How will Blueshirts handle Sidney Crosby & Co in NHL playoffs?

Igor Shesterkin/Chris Kreider/Sidney Crosby/Jake Guentzel Treated Image

After totaling 110 points with a 52-24-6 record this season, the Rangers are back in the playoffs. They’re primed to make a run with a deep roster and clear team chemistry that has been spearheaded by head coach Gerard Gallant in his first year at the helm.

Their first matchup? Sidney Crosby and the Pittsburgh Penguins, who have experience making Stanley Cup runs. The Pens tallied 103 points on the year while posting a 46-25-11 record.

With Game 1 set for Tuesday night at Madison Square Garden, here’s everything you need to know about this matchup and a final prediction for who will make it to the second round:

Tale of the Tape

The Rangers and Penguins have met each other four times this season, as both teams played in the Metro Division. And well, it was basically all Rangers.

Pittsburgh took one of those games 1-0 back on Feb. 26, but the Blueshirts have owned them since: 5-1 on March 25, 3-2 on March 29, 3-0 on April 7.

“The biggest takeaway is recognizing that they’re a real good hockey team,” Penguins head coach Mike Sullivan told NHL.com’s Dan Rosen. “They’ve got a lot of team speed. Their power play is really dangerous. They’ve got a terrific goaltending. They’re a deep team.”

But the Rangers also know that the regular season series doesn’t matter now. It’s 0-0 for everyone and the Penguins have the veteran playoff pedigree that is always an advantage.

New York is young, but they do have Chris Kreider — the 52-goal scorer this season — who was there in 2016 when these two teams faced off against each other in the playoffs. His leadership will be key.

Igor, Igor, Igor

He’s been the man for them all season long, cementing himself as not just the Rangers’ franchise goaltender but arguably the best in the NHL.

Igor Shesterkin owned a .935 save percentage and 2.07 goals against average, the best in each category around the league, in 53 games during the regular season. And in those games, the Rangers went 36-13-4.

Shesterskin played in all four of those games against the Penguins, and one of them was a shutout in that last matchup of the regular season. He owned a .960 save percentage (97-101) through those four games.

It goes without saying that Shesterkin is the anchor of this Rangers squad, and hockey fans know that elite goaltending can be the difference in any game during the Stanley Cup Playoffs.

Say what you want about the other units the Blueshirts have, but Gallant and the rest of the team know that as Shesterkin goes, the rest of the team follows.

Capitalize on Power Play

Rangers fans already know how crucial the power play has been this season, and the stats don’t lie.

New York had the fourth-ranked power play during the regular season, scoring 25.23 percent of the time (55 total goals).

Even more important, three Rangers landed in the top 12 in power play points. Artemi Panarin tallied 37 to be tied for sixth, Kreider was tied for ninth with 36, and Adam Fox came in 12th with 33.

Taking advantage of these moments is always critical in a game, but even moreso when a lot of the Rangers’ production comes from these penalties. Gallant’s squad doesn’t need to be reminded of that, though. They know how to take the man advantage and capitalize.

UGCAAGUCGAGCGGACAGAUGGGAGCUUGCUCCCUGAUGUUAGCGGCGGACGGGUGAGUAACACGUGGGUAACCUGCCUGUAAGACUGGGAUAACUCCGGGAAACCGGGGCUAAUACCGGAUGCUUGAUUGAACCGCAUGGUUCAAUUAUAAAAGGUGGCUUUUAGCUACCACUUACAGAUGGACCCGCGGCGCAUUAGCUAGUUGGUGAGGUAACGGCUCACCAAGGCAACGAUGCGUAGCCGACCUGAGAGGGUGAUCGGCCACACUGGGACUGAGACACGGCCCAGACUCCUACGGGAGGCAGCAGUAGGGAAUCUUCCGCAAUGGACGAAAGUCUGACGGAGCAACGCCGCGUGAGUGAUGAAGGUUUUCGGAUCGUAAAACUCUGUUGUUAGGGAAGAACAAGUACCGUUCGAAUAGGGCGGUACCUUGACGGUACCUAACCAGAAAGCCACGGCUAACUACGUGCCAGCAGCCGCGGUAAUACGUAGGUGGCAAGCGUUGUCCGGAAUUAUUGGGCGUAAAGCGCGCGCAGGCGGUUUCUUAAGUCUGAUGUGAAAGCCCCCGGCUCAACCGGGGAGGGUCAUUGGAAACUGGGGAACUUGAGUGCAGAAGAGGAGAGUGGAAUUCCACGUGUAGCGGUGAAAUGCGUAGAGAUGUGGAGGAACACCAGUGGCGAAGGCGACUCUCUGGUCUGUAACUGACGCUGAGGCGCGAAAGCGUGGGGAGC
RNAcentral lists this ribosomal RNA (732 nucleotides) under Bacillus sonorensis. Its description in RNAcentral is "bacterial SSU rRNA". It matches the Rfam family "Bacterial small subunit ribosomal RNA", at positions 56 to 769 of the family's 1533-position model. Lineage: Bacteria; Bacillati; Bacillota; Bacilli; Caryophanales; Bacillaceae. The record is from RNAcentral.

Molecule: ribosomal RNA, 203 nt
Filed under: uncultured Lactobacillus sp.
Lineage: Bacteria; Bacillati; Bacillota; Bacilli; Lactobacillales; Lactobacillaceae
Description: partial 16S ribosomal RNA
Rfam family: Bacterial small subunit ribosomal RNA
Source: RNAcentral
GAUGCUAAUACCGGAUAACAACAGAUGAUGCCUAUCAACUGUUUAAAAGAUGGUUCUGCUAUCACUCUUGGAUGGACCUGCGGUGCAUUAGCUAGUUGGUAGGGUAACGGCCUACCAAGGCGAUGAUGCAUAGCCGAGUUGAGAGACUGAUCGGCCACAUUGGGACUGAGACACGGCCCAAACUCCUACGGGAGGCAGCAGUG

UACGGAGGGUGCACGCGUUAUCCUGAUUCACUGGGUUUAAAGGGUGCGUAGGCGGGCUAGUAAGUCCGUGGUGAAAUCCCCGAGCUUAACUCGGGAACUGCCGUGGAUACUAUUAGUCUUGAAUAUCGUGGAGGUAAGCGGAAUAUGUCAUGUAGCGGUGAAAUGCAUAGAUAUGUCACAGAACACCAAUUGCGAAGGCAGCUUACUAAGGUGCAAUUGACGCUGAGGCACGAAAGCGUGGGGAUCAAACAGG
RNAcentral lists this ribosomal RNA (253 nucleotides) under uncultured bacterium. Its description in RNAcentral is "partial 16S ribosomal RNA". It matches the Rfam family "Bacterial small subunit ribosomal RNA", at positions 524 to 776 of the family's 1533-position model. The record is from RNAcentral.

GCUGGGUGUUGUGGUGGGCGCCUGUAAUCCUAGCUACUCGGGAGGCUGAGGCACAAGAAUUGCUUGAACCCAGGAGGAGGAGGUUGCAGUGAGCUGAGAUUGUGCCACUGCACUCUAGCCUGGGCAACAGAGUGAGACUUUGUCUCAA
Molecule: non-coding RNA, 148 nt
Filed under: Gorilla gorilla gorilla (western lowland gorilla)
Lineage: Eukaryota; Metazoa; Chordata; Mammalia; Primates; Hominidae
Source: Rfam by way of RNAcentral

That said, the Rangers only had one power play goal against the Pens this season, as Pittsburgh had the third-best penalty kill of any team at 84.43 percent.

Apr 7, 2022;  New York, New York, USA;  New York Rangers left wing Artemi Panarin (10) fights for the puck against Pittsburgh Penguins center Jeff Carter (77) and center Teddy Blueger (53) during the first period at Madison Square Garden.  Mandatory Credit: Brad Penner-USA TODAY Sports

Apr 7, 2022; New York, New York, USA; New York Rangers left wing Artemi Panarin (10) fights for the puck against Pittsburgh Penguins center Jeff Carter (77) and center Teddy Blueger (53) during the first period at Madison Square Garden. Mandatory Credit: Brad Penner-USA TODAY Sports

Final Prediction: Rangers in 6

The Blueshirts owned the season series, and the reason was because of what Sullivan mentioned before: Speed. Pittsburgh is more methodical with their approach on the ice, while the Rangers are very much in your face, forechecking heavy and just getting pucks on net. It’s resulted in dirty goals from Kreider on second and third chances, and when they’re leading, it’s hard not to get worn down and demoralized.

With Tristan Jarry out for Pittsburgh, Casey DeSmith is going to have to start in net — and he hasn’t gotten a single start against the Rangers this season. That’s a clear advantage for New York, as DeSmith has a 2.79 GAA and .914 save percentage.

There’s a chance this series is over in five games (dare I wonder about a sweep too?), but I’ll give Crosby, Evgeni Malkin, Jake Guentzel and the other veterans on the Pens the respect they deserve. They know how to win these gritty boots, so I don’t expect the Rangers to waltz into the next round.

But I also respect the work they’ve done against this group this season as well as Gallant’s playoff knowledge (he took the Vegas Golden Knights to the Stanley Cup Final in their inaugural season). The Rangers should handle home ice well and use that momentum to get the series win.

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